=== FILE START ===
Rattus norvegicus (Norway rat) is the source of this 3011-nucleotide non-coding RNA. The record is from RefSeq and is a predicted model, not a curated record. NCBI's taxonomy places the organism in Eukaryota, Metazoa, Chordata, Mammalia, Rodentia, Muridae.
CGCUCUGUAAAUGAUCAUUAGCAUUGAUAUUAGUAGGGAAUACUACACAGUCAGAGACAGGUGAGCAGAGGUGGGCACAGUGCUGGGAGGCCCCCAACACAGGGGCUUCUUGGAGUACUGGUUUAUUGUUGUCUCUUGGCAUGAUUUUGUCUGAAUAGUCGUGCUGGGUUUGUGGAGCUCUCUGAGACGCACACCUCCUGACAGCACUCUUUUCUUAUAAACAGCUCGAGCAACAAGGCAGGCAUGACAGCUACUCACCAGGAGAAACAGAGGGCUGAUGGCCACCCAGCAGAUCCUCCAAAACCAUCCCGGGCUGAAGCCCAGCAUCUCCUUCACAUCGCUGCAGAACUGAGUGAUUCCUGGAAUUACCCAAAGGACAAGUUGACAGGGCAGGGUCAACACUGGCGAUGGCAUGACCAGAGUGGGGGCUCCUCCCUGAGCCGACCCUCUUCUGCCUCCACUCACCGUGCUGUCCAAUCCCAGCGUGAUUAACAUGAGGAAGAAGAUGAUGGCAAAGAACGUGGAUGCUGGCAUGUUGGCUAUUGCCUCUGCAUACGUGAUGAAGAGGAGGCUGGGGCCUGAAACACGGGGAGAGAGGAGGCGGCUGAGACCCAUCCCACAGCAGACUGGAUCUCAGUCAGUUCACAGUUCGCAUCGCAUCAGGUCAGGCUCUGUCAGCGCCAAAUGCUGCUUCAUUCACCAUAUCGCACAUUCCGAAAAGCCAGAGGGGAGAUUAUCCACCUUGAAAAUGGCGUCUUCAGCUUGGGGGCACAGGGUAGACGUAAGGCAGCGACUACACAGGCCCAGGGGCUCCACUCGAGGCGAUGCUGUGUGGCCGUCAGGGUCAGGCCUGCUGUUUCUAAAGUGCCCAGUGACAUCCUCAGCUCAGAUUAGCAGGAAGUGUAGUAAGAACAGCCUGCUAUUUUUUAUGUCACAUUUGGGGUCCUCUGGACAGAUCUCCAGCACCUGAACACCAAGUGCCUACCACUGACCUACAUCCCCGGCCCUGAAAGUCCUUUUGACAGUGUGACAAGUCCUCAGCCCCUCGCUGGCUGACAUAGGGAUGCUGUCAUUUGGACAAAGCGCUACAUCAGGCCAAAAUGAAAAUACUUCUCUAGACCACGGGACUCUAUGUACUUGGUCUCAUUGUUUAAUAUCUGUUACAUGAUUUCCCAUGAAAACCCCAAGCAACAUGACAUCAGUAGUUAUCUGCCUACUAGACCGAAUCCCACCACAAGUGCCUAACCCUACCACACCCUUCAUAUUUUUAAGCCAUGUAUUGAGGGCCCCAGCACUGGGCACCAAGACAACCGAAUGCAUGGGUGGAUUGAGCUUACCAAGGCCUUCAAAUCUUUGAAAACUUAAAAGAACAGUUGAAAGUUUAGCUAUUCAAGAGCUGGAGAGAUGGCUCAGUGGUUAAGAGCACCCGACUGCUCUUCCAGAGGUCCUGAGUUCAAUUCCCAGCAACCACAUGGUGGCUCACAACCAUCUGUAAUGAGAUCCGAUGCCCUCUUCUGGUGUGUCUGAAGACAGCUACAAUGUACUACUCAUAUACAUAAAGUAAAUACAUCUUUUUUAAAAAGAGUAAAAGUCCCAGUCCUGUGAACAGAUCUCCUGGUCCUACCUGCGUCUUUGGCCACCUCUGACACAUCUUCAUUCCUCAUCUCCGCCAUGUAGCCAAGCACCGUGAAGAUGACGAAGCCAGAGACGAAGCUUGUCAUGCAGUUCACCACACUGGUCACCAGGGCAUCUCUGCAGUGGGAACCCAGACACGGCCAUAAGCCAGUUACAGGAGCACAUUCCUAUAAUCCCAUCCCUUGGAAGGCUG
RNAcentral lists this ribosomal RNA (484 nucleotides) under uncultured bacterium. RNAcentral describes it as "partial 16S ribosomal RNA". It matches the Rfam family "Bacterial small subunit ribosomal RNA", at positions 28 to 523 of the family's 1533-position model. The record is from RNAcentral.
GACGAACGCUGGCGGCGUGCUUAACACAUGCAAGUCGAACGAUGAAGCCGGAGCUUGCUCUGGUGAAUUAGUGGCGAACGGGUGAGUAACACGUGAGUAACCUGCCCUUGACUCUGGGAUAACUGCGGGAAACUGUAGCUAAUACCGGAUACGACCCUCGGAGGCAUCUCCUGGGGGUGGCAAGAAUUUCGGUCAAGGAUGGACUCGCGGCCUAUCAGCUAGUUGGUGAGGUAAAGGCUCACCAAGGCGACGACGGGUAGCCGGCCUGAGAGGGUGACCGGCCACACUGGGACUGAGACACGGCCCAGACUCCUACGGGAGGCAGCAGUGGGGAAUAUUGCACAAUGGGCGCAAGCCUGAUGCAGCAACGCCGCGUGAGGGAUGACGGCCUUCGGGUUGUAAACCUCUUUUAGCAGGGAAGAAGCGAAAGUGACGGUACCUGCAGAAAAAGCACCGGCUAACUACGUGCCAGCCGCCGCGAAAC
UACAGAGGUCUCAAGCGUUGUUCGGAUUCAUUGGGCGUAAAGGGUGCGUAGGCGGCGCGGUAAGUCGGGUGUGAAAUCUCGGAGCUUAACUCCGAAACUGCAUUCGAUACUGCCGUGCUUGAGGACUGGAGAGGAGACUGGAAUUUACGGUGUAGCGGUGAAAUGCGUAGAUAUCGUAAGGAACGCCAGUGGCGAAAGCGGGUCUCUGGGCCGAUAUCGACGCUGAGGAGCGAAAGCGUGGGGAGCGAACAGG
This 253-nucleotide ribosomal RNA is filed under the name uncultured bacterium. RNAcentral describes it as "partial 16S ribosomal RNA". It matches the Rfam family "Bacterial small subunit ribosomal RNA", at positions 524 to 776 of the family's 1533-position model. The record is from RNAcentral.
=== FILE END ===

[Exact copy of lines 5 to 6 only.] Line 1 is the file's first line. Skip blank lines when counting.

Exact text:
UACAGAGGUCUCAAGCGUUGUUCGGAUUCAUUGGGCGUAAAGGGUGCGUAGGCGGCGCGGUAAGUCGGGUGUGAAAUCUCGGAGCUUAACUCCGAAACUGCAUUCGAUACUGCCGUGCUUGAGGACUGGAGAGGAGACUGGAAUUUACGGUGUAGCGGUGAAAUGCGUAGAUAUCGUAAGGAACGCCAGUGGCGAAAGCGGGUCUCUGGGCCGAUAUCGACGCUGAGGAGCGAAAGCGUGGGGAGCGAACAGG
This 253-nucleotide ribosomal RNA is filed under the name uncultured bacterium. RNAcentral describes it as "partial 16S ribosomal RNA". It matches the Rfam family "Bacterial small subunit ribosomal RNA", at positions 524 to 776 of the family's 1533-position model. The record is from RNAcentral.